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Observer zubinkumar
Observer
20,515 Views
Registered: ‎11-23-2010

reg: register to wire mapping in verilog

hi,

 

this is pbbly a very basic question, but i was wondering it there is a syntactically correct AND synthesizable way of mapping a register to a wire in verilog?

 

i know how to map wire to wire (using assign), wire to reg (in always block) and reg to reg (in an always block). and i know under what circumstances you would want to do the above. but is there a way to map reg to wire? and if so, under what circumstrances would you use a reg to wire mapping?

 

thanks in advance ...

 

z.

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3 Replies
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Guide avrumw
Guide
20,510 Views
Registered: ‎01-23-2009

Re: reg: register to wire mapping in verilog

I think you are over-complicating things...

 

The difference between a reg and a wire is purely in how they are given a value:

   - a wire is given a value through a continuous assign or a port connection

   - a reg is given a value through a procedural assign (blocking or non-blocking)

 

Regardless of what kind of thing they are (reg or wire) their value is just a value, and can be used anywhere a value is expected - in a continous assign, as an input port to a module, in a procedural block, in a function or task, etc...

 

So

 

assign my_wire = my_reg;

 

is perfectly valid.

 

But, what are you trying to figure out? The wire and reg are just Verilog constructs. You can use these in ways that they describe hardware, and, when used this way, they can be synthesized into real hardware. But they are not hardware things unto themselves. Most importantly (and a common misconception among beginners) a Verilog register does not necessarily imply a flip-flop.

 

Avrum

 

 

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Observer zubinkumar
Observer
20,504 Views
Registered: ‎11-23-2010

Re: reg: register to wire mapping in verilog

hi, 

 

thanks for the explanation. i usually restrict myself to using regs for o/p ports and for sequential logic and wires for port mapping.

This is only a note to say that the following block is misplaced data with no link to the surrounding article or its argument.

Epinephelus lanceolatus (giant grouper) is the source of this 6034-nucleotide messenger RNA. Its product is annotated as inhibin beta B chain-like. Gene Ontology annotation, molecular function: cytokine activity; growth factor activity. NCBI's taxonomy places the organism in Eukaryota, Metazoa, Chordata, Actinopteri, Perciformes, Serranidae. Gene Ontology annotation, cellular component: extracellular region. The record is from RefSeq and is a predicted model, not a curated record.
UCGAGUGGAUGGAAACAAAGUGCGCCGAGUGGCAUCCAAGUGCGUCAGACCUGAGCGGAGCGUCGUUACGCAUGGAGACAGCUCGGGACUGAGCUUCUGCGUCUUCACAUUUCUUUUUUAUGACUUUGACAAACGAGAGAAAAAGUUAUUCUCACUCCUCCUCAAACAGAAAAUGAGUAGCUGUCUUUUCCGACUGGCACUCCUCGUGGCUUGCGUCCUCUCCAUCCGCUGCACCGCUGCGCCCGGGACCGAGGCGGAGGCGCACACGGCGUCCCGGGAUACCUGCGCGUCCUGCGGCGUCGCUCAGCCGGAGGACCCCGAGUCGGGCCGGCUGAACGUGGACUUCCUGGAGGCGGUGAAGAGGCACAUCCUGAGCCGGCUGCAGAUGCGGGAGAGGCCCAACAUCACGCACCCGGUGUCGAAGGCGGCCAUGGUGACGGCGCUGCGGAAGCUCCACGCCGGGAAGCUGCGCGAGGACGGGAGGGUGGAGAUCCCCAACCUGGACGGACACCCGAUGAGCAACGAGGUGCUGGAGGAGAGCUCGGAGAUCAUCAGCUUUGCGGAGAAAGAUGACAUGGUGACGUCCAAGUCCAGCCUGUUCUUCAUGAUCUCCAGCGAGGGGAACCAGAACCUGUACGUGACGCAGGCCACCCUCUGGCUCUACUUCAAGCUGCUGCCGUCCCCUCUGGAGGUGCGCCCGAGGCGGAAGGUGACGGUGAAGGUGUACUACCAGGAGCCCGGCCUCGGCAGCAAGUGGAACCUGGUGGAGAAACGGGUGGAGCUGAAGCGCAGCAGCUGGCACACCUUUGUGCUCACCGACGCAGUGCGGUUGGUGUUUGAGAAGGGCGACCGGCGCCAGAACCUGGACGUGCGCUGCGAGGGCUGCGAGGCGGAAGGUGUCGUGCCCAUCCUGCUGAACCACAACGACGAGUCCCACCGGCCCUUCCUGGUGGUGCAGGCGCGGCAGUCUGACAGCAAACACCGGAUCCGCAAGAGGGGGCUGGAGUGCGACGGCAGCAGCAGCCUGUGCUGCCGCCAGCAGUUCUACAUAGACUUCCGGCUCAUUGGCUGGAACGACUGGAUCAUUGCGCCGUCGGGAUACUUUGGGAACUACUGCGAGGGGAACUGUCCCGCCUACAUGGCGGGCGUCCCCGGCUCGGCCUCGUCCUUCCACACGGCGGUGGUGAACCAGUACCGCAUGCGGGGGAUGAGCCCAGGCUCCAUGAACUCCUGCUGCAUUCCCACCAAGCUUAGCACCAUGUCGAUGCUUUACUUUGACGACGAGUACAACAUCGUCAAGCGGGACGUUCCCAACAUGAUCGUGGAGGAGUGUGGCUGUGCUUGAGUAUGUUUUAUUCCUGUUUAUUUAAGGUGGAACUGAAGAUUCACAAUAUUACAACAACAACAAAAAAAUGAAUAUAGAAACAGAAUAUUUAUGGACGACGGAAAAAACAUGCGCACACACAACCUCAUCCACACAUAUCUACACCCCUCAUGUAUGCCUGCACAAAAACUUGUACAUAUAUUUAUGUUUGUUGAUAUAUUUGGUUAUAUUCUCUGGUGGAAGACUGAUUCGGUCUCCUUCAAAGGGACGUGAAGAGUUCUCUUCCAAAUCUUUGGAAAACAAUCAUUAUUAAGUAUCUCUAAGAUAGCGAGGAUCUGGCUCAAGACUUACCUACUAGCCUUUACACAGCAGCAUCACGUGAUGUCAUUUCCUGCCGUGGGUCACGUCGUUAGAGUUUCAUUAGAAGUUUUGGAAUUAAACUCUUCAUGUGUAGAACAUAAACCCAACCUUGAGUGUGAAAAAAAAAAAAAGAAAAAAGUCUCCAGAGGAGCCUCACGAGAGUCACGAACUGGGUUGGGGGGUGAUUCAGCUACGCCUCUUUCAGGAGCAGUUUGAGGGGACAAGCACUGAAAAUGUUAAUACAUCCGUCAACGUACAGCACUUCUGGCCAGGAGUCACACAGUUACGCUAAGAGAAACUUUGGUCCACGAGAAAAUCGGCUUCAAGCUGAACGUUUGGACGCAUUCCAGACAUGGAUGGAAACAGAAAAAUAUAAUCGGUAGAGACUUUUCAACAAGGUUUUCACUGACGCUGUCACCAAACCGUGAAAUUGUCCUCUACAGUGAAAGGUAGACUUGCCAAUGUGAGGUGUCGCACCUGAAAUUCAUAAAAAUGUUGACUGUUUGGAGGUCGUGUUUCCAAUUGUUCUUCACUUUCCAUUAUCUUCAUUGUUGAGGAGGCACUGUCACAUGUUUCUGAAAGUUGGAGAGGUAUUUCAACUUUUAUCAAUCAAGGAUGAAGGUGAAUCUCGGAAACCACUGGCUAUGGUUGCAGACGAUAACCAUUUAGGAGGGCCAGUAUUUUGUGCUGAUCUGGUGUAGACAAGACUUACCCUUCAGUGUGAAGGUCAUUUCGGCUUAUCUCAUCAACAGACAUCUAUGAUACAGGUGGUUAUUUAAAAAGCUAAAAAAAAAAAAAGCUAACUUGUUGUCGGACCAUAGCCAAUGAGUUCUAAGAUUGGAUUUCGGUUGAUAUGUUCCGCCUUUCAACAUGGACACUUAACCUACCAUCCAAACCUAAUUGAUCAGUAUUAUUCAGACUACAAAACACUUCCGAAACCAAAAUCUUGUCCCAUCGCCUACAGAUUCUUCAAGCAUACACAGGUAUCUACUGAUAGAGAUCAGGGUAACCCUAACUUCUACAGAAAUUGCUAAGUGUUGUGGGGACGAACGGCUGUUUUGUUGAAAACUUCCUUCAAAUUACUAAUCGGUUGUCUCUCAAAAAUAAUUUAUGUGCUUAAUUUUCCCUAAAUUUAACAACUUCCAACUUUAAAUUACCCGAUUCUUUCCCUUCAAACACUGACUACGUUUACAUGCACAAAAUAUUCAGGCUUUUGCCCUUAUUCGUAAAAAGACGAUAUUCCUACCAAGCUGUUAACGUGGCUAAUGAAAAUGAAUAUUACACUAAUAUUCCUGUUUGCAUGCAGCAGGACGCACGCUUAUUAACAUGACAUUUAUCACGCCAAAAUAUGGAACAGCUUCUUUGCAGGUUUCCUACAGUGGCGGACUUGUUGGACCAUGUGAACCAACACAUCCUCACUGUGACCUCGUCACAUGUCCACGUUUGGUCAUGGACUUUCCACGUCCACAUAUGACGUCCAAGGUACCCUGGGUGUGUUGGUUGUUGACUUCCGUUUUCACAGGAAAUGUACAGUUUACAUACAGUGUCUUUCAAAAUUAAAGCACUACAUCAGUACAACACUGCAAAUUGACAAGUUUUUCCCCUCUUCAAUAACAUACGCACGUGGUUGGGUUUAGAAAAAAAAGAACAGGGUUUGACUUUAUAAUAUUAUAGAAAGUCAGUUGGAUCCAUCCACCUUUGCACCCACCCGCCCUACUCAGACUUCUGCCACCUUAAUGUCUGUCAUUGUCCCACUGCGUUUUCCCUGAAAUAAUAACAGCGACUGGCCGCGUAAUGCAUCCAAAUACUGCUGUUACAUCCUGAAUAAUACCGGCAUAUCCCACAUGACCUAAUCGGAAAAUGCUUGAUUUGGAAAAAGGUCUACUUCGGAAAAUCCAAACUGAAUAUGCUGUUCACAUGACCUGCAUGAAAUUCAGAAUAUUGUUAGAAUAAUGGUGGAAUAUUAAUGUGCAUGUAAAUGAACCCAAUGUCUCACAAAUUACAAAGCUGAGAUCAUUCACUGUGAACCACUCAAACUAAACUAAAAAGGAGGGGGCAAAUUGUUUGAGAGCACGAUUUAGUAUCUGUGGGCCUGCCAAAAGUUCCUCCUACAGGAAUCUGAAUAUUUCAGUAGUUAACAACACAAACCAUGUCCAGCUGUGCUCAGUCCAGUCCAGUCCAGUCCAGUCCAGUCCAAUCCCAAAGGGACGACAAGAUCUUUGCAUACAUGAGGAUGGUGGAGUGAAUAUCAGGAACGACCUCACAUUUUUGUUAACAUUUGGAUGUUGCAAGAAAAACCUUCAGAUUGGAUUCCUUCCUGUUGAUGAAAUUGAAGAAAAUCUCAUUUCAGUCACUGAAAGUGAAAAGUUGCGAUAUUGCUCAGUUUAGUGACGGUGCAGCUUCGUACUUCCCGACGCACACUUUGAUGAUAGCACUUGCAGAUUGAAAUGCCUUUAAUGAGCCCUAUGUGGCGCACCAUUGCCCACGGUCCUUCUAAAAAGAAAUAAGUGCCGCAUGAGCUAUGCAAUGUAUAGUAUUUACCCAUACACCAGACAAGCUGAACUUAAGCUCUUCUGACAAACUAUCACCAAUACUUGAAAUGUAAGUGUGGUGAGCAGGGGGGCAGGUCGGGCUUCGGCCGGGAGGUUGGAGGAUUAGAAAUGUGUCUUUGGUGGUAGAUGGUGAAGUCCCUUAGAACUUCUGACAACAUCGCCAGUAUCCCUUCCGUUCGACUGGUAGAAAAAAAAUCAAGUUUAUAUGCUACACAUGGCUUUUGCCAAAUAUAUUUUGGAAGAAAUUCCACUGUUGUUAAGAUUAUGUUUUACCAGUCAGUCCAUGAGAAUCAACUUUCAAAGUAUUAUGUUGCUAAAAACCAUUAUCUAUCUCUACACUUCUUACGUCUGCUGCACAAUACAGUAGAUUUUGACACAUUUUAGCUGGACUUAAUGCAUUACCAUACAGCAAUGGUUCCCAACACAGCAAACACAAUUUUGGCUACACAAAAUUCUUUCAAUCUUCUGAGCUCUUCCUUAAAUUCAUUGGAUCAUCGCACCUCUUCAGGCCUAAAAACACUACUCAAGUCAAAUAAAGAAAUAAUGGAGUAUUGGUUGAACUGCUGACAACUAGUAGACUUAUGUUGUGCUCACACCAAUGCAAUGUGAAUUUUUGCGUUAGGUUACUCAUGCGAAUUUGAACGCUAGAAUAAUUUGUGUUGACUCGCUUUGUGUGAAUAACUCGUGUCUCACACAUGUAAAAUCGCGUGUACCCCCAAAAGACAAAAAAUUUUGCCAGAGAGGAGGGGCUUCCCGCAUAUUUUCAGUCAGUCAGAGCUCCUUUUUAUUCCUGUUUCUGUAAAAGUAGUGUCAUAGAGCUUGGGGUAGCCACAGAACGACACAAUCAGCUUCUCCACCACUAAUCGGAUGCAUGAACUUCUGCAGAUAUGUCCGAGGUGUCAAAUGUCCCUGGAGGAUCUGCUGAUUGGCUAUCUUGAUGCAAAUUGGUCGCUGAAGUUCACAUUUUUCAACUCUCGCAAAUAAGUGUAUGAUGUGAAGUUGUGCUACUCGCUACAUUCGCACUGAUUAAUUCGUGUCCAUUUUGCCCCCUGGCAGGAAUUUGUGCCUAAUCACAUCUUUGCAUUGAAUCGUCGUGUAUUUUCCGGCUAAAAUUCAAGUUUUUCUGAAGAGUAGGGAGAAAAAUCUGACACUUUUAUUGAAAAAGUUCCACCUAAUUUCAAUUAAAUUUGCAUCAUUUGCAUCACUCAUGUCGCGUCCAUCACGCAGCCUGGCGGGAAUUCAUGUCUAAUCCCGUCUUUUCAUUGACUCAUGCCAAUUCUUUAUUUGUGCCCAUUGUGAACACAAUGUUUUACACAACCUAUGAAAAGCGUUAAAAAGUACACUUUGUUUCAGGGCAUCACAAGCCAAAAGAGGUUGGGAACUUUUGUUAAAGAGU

i have been trying what you said - assign my_wire = my_reg. i finally got it to work (sim and synth). the mistake i was making was that i was initializing the wire and then assigning the reg to it which was leading to X in the sims.

 

just 2 more questions though ...

 

while doing a reg to reg map, i encountered 2 cases -

 

case1 ...
always @ (clk)
temp2 = temp1;

> this gives the temp1 value on temp2 in the same clk cycle in sims

 

case2 ...
always @ (posedge clk)
assign temp2 = temp1;

> this gives the temp1 value on temp2 after 1 clk cycle delay in sims

 

both cases synth properly. but if i use assign in case2, then i have to put posedge in the always block else the code won't synthesize!

 

my questions -

1) why is there a dependency on posedge and assign in case2?

2) why is there a 1 clk cycle delay in o/p with assign in case2 but not in case1?

 

really appreciate it.

 

z.

 

 

 

 

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Historian
Historian
20,495 Views
Registered: ‎02-25-2008

Re: reg: register to wire mapping in verilog


@zubinkumar wrote:

hi, 

while doing a reg to reg map, i encountered 2 cases -

case1 ...

 

@always @ (clk)

    temp2 = temp1;

 

this gives the temp1 value on temp2 in the same clk cycle in sims


The above is a combinatorial assignment, since it's not sensitive to a clock edge. Of course, the sensitivity list is incomplete so the resulting hardware will not match the simulation. Consider what should happen in simulation if temp1 changes. It should result in an immediate change in temp2, but since the sensitivity list does not include temp1, that assignment won't occur until clk changes (to any state).


case2 ...

 

@always @ (posedge clk)

    assign temp2 = temp1;

 

this gives the temp1 value on temp2 after 1 clk cycle delay in sims


 This also depends on the timing of changes in temp1.


both cases synth properly. but if i use assign in case2, then i have to put posedge in the always block else the code won't synthesize!


You need the posedge to indicate that you want a synchronous result, i.e., a flip-flop. 

 

ALSO: you should ALWAYS use non-blocking assignments in synchronous always blocks, e.g.,

 

@always @(posedge clk)

    temp2 <= temp;

 

There is a lot of information out there about the difference between blocking and non-blocking assignments. Go read.

----------------------------Yes, I do this for a living.